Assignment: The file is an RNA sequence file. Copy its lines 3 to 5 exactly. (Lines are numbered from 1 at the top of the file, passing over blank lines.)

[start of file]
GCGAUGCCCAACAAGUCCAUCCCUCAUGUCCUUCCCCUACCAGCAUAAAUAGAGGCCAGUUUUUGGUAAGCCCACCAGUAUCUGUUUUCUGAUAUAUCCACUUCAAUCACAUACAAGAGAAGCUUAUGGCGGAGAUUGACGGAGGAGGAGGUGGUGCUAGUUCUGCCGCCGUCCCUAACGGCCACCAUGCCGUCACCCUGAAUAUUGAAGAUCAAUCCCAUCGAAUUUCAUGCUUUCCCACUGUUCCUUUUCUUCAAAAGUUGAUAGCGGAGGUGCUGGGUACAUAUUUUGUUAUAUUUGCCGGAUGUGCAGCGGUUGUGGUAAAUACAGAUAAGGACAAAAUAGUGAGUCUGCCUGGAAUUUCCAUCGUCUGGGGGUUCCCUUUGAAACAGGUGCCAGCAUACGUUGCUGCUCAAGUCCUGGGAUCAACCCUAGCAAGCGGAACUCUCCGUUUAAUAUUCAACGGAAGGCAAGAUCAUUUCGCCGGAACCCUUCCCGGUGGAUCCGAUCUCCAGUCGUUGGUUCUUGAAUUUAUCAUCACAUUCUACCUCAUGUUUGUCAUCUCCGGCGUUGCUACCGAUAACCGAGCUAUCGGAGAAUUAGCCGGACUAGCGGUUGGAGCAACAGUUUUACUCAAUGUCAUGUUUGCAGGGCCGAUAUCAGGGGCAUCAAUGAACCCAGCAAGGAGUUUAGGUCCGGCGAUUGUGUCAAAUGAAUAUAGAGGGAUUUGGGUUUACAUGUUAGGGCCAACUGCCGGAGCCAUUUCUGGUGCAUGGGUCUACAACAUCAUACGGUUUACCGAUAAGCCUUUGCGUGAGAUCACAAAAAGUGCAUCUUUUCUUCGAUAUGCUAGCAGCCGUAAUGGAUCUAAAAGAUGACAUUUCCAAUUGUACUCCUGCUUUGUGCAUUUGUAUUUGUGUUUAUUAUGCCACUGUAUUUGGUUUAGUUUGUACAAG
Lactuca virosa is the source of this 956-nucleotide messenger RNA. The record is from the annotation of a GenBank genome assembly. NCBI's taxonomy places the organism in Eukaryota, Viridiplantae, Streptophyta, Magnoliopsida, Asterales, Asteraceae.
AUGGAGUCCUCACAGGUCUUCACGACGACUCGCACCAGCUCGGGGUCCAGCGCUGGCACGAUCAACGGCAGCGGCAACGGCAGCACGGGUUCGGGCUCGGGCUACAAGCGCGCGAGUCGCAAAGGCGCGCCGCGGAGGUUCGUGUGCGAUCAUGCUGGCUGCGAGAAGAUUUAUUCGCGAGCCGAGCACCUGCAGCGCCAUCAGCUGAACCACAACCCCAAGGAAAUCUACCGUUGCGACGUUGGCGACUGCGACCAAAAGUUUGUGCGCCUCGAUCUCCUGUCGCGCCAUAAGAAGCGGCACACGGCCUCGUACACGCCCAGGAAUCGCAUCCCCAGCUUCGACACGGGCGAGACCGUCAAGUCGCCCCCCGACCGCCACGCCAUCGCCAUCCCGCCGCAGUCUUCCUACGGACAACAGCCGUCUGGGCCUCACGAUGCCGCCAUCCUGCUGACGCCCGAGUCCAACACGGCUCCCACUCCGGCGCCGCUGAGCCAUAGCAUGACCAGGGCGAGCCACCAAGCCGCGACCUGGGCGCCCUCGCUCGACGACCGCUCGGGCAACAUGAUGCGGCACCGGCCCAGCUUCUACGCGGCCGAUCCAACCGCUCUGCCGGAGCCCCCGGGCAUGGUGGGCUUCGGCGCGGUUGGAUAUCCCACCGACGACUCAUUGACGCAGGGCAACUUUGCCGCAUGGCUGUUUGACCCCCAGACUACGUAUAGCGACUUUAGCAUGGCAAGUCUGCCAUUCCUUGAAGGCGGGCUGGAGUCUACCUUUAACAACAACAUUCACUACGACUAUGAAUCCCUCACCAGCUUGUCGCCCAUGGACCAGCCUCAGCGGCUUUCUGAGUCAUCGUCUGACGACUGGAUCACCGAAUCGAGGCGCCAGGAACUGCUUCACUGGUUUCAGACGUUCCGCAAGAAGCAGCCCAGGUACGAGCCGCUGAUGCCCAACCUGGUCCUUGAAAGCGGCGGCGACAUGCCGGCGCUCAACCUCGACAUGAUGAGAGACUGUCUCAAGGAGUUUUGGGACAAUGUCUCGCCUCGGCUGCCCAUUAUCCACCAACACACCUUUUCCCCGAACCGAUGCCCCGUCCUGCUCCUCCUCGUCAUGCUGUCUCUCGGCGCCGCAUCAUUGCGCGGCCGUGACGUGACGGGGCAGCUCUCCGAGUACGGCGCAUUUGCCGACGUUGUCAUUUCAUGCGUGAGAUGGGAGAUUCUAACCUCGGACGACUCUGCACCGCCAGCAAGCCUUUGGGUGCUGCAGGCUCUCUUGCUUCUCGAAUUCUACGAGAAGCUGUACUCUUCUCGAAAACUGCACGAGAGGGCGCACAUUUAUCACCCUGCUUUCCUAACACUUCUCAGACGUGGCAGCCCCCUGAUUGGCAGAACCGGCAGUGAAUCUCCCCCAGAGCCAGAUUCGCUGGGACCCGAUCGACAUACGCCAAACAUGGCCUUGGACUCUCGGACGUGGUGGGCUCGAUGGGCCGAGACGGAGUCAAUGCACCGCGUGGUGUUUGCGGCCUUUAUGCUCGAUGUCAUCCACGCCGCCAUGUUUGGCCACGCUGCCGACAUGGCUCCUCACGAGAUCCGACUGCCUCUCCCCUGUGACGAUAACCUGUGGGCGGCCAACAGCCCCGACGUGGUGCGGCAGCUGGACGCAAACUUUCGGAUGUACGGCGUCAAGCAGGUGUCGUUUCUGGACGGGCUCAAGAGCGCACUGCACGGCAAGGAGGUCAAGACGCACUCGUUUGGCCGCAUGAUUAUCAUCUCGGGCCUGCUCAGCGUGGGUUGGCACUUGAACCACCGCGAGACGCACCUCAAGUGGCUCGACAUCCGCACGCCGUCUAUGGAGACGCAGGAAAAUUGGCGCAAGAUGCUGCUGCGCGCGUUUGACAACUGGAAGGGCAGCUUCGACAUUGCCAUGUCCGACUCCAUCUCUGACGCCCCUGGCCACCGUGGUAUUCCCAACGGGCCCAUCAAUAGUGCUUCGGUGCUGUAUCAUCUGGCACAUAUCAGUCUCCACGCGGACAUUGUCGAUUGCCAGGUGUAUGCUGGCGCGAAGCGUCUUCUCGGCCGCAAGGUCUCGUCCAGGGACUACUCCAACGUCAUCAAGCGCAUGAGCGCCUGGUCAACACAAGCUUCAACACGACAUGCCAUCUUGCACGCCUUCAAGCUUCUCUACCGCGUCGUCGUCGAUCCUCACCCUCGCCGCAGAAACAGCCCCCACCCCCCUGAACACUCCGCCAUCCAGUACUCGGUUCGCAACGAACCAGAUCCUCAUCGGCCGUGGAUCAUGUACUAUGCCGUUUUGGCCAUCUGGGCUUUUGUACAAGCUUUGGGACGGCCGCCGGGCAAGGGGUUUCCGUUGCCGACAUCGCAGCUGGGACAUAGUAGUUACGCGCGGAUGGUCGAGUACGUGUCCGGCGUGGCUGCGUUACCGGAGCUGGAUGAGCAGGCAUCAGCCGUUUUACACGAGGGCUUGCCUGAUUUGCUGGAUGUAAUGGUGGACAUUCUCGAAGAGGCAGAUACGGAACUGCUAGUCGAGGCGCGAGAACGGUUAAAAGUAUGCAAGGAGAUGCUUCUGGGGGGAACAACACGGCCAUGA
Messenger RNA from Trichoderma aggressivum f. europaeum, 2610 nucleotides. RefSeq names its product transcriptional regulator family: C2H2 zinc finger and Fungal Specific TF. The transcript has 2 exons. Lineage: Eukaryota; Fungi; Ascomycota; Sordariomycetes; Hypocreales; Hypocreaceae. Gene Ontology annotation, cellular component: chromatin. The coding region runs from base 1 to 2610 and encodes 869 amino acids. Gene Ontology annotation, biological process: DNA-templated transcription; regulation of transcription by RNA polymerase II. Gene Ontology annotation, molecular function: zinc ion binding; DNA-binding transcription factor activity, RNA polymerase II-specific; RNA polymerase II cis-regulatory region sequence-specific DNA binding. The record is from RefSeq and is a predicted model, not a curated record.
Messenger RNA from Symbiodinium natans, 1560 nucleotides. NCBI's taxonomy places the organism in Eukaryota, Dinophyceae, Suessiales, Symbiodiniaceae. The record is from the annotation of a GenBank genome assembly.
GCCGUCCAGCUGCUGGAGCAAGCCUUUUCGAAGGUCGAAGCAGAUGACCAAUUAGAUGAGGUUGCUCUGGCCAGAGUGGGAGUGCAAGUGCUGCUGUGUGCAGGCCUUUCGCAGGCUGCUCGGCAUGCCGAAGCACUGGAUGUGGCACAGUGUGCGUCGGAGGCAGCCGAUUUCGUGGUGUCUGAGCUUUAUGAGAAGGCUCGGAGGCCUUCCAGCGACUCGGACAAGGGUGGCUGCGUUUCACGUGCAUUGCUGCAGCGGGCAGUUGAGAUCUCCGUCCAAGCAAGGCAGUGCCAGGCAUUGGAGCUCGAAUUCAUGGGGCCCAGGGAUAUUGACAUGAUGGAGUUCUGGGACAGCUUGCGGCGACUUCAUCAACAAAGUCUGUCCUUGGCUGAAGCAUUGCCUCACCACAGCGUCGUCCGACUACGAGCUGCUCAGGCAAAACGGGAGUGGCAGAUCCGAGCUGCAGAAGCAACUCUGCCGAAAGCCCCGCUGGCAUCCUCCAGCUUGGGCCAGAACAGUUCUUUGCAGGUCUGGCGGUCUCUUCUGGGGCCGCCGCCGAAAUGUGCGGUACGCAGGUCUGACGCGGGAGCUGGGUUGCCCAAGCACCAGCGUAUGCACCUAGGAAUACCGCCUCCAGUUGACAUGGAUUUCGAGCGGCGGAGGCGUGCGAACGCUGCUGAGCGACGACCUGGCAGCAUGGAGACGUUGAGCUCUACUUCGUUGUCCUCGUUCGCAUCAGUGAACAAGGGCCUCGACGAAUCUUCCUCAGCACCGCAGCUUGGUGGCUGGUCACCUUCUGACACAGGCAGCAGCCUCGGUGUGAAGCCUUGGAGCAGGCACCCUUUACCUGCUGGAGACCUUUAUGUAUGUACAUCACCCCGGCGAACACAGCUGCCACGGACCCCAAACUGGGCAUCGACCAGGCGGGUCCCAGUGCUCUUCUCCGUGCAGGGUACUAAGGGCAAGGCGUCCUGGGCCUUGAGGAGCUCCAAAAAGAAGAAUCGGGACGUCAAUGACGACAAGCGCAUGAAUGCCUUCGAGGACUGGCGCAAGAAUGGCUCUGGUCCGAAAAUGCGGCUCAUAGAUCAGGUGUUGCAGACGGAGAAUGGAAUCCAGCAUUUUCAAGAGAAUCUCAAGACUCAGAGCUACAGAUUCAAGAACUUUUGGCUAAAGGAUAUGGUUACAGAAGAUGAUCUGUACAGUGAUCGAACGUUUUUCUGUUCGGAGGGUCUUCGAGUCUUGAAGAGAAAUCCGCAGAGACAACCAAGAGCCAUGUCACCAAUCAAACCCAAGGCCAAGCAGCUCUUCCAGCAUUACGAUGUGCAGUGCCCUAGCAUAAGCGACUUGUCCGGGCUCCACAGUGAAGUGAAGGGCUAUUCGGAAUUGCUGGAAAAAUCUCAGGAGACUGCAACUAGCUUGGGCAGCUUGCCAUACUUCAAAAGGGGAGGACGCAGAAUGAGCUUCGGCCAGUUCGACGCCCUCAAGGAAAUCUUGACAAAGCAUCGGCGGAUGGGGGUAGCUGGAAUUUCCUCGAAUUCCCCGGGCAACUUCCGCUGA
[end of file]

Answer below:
AUGGAGUCCUCACAGGUCUUCACGACGACUCGCACCAGCUCGGGGUCCAGCGCUGGCACGAUCAACGGCAGCGGCAACGGCAGCACGGGUUCGGGCUCGGGCUACAAGCGCGCGAGUCGCAAAGGCGCGCCGCGGAGGUUCGUGUGCGAUCAUGCUGGCUGCGAGAAGAUUUAUUCGCGAGCCGAGCACCUGCAGCGCCAUCAGCUGAACCACAACCCCAAGGAAAUCUACCGUUGCGACGUUGGCGACUGCGACCAAAAGUUUGUGCGCCUCGAUCUCCUGUCGCGCCAUAAGAAGCGGCACACGGCCUCGUACACGCCCAGGAAUCGCAUCCCCAGCUUCGACACGGGCGAGACCGUCAAGUCGCCCCCCGACCGCCACGCCAUCGCCAUCCCGCCGCAGUCUUCCUACGGACAACAGCCGUCUGGGCCUCACGAUGCCGCCAUCCUGCUGACGCCCGAGUCCAACACGGCUCCCACUCCGGCGCCGCUGAGCCAUAGCAUGACCAGGGCGAGCCACCAAGCCGCGACCUGGGCGCCCUCGCUCGACGACCGCUCGGGCAACAUGAUGCGGCACCGGCCCAGCUUCUACGCGGCCGAUCCAACCGCUCUGCCGGAGCCCCCGGGCAUGGUGGGCUUCGGCGCGGUUGGAUAUCCCACCGACGACUCAUUGACGCAGGGCAACUUUGCCGCAUGGCUGUUUGACCCCCAGACUACGUAUAGCGACUUUAGCAUGGCAAGUCUGCCAUUCCUUGAAGGCGGGCUGGAGUCUACCUUUAACAACAACAUUCACUACGACUAUGAAUCCCUCACCAGCUUGUCGCCCAUGGACCAGCCUCAGCGGCUUUCUGAGUCAUCGUCUGACGACUGGAUCACCGAAUCGAGGCGCCAGGAACUGCUUCACUGGUUUCAGACGUUCCGCAAGAAGCAGCCCAGGUACGAGCCGCUGAUGCCCAACCUGGUCCUUGAAAGCGGCGGCGACAUGCCGGCGCUCAACCUCGACAUGAUGAGAGACUGUCUCAAGGAGUUUUGGGACAAUGUCUCGCCUCGGCUGCCCAUUAUCCACCAACACACCUUUUCCCCGAACCGAUGCCCCGUCCUGCUCCUCCUCGUCAUGCUGUCUCUCGGCGCCGCAUCAUUGCGCGGCCGUGACGUGACGGGGCAGCUCUCCGAGUACGGCGCAUUUGCCGACGUUGUCAUUUCAUGCGUGAGAUGGGAGAUUCUAACCUCGGACGACUCUGCACCGCCAGCAAGCCUUUGGGUGCUGCAGGCUCUCUUGCUUCUCGAAUUCUACGAGAAGCUGUACUCUUCUCGAAAACUGCACGAGAGGGCGCACAUUUAUCACCCUGCUUUCCUAACACUUCUCAGACGUGGCAGCCCCCUGAUUGGCAGAACCGGCAGUGAAUCUCCCCCAGAGCCAGAUUCGCUGGGACCCGAUCGACAUACGCCAAACAUGGCCUUGGACUCUCGGACGUGGUGGGCUCGAUGGGCCGAGACGGAGUCAAUGCACCGCGUGGUGUUUGCGGCCUUUAUGCUCGAUGUCAUCCACGCCGCCAUGUUUGGCCACGCUGCCGACAUGGCUCCUCACGAGAUCCGACUGCCUCUCCCCUGUGACGAUAACCUGUGGGCGGCCAACAGCCCCGACGUGGUGCGGCAGCUGGACGCAAACUUUCGGAUGUACGGCGUCAAGCAGGUGUCGUUUCUGGACGGGCUCAAGAGCGCACUGCACGGCAAGGAGGUCAAGACGCACUCGUUUGGCCGCAUGAUUAUCAUCUCGGGCCUGCUCAGCGUGGGUUGGCACUUGAACCACCGCGAGACGCACCUCAAGUGGCUCGACAUCCGCACGCCGUCUAUGGAGACGCAGGAAAAUUGGCGCAAGAUGCUGCUGCGCGCGUUUGACAACUGGAAGGGCAGCUUCGACAUUGCCAUGUCCGACUCCAUCUCUGACGCCCCUGGCCACCGUGGUAUUCCCAACGGGCCCAUCAAUAGUGCUUCGGUGCUGUAUCAUCUGGCACAUAUCAGUCUCCACGCGGACAUUGUCGAUUGCCAGGUGUAUGCUGGCGCGAAGCGUCUUCUCGGCCGCAAGGUCUCGUCCAGGGACUACUCCAACGUCAUCAAGCGCAUGAGCGCCUGGUCAACACAAGCUUCAACACGACAUGCCAUCUUGCACGCCUUCAAGCUUCUCUACCGCGUCGUCGUCGAUCCUCACCCUCGCCGCAGAAACAGCCCCCACCCCCCUGAACACUCCGCCAUCCAGUACUCGGUUCGCAACGAACCAGAUCCUCAUCGGCCGUGGAUCAUGUACUAUGCCGUUUUGGCCAUCUGGGCUUUUGUACAAGCUUUGGGACGGCCGCCGGGCAAGGGGUUUCCGUUGCCGACAUCGCAGCUGGGACAUAGUAGUUACGCGCGGAUGGUCGAGUACGUGUCCGGCGUGGCUGCGUUACCGGAGCUGGAUGAGCAGGCAUCAGCCGUUUUACACGAGGGCUUGCCUGAUUUGCUGGAUGUAAUGGUGGACAUUCUCGAAGAGGCAGAUACGGAACUGCUAGUCGAGGCGCGAGAACGGUUAAAAGUAUGCAAGGAGAUGCUUCUGGGGGGAACAACACGGCCAUGA
Messenger RNA from Trichoderma aggressivum f. europaeum, 2610 nucleotides. RefSeq names its product transcriptional regulator family: C2H2 zinc finger and Fungal Specific TF. The transcript has 2 exons. Lineage: Eukaryota; Fungi; Ascomycota; Sordariomycetes; Hypocreales; Hypocreaceae. Gene Ontology annotation, cellular component: chromatin. The coding region runs from base 1 to 2610 and encodes 869 amino acids. Gene Ontology annotation, biological process: DNA-templated transcription; regulation of transcription by RNA polymerase II. Gene Ontology annotation, molecular function: zinc ion binding; DNA-binding transcription factor activity, RNA polymerase II-specific; RNA polymerase II cis-regulatory region sequence-specific DNA binding. The record is from RefSeq and is a predicted model, not a curated record.
Messenger RNA from Symbiodinium natans, 1560 nucleotides. NCBI's taxonomy places the organism in Eukaryota, Dinophyceae, Suessiales, Symbiodiniaceae. The record is from the annotation of a GenBank genome assembly.